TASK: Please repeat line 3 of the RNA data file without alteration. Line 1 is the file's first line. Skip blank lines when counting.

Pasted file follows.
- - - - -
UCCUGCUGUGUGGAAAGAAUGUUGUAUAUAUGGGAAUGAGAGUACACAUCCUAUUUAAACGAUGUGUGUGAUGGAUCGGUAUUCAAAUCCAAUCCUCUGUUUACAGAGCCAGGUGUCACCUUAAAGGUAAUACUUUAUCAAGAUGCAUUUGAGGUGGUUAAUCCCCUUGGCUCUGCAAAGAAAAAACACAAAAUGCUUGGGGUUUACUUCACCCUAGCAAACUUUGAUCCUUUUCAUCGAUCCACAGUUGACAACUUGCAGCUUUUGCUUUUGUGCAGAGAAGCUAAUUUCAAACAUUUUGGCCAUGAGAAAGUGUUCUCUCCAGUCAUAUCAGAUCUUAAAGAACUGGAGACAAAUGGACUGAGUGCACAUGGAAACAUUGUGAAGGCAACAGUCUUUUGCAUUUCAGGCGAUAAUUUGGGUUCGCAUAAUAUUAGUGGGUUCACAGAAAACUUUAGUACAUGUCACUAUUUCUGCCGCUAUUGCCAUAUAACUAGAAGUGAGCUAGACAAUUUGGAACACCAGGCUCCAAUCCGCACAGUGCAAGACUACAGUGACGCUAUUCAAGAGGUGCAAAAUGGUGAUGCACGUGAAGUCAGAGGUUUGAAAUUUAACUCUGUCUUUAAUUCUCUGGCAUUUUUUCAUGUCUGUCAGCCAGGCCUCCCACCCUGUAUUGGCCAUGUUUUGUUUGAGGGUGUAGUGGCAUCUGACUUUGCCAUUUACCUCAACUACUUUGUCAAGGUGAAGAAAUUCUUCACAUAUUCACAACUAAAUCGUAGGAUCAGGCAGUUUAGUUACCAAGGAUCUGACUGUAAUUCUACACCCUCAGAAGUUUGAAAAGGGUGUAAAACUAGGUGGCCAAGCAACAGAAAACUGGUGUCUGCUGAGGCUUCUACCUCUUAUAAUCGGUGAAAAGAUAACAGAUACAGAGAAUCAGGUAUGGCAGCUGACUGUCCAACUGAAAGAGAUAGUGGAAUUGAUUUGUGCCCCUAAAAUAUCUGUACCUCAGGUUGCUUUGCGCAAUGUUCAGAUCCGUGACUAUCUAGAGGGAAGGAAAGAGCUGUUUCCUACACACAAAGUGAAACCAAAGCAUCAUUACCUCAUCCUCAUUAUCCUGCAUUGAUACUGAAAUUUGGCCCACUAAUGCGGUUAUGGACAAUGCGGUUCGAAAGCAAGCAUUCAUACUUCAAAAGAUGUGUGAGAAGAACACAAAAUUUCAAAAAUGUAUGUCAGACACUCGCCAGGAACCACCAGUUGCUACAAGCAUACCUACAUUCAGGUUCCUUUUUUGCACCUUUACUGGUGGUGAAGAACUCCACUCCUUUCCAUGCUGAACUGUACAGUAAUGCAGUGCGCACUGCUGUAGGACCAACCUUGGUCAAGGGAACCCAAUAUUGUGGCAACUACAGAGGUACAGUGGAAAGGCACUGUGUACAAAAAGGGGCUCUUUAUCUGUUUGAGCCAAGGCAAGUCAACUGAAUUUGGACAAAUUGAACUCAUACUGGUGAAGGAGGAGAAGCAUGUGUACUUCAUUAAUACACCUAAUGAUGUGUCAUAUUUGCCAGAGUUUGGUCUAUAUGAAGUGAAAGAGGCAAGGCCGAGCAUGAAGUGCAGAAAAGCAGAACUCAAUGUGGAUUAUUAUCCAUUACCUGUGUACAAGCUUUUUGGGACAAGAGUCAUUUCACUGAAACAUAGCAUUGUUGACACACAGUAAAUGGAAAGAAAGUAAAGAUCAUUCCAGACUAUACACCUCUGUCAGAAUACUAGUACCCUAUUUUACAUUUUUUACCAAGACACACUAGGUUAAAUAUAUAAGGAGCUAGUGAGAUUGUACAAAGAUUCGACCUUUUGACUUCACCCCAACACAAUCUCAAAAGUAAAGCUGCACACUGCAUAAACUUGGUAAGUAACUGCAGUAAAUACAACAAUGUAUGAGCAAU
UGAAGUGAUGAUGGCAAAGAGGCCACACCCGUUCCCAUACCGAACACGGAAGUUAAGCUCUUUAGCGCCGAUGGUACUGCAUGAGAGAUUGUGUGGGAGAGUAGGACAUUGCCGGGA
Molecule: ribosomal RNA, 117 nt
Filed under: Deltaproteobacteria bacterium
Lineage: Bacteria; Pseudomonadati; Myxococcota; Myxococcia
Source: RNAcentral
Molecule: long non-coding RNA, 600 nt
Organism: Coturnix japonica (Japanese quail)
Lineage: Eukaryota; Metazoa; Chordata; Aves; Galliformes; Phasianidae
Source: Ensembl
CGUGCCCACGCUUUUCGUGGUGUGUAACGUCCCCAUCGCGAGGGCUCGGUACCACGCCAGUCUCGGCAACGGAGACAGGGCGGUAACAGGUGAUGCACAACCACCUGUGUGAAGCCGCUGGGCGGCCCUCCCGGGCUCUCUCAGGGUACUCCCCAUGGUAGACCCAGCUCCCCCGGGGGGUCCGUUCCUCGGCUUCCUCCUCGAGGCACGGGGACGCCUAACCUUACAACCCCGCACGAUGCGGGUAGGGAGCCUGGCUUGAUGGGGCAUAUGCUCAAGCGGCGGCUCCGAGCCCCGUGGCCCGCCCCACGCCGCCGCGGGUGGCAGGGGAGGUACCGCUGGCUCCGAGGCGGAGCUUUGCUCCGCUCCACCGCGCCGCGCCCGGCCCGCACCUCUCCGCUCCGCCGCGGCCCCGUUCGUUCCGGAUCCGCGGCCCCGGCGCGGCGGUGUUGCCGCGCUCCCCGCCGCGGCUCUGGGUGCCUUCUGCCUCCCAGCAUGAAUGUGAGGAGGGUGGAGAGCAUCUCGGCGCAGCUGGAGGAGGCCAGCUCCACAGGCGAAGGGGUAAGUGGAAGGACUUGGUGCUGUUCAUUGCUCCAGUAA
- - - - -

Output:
Molecule: ribosomal RNA, 117 nt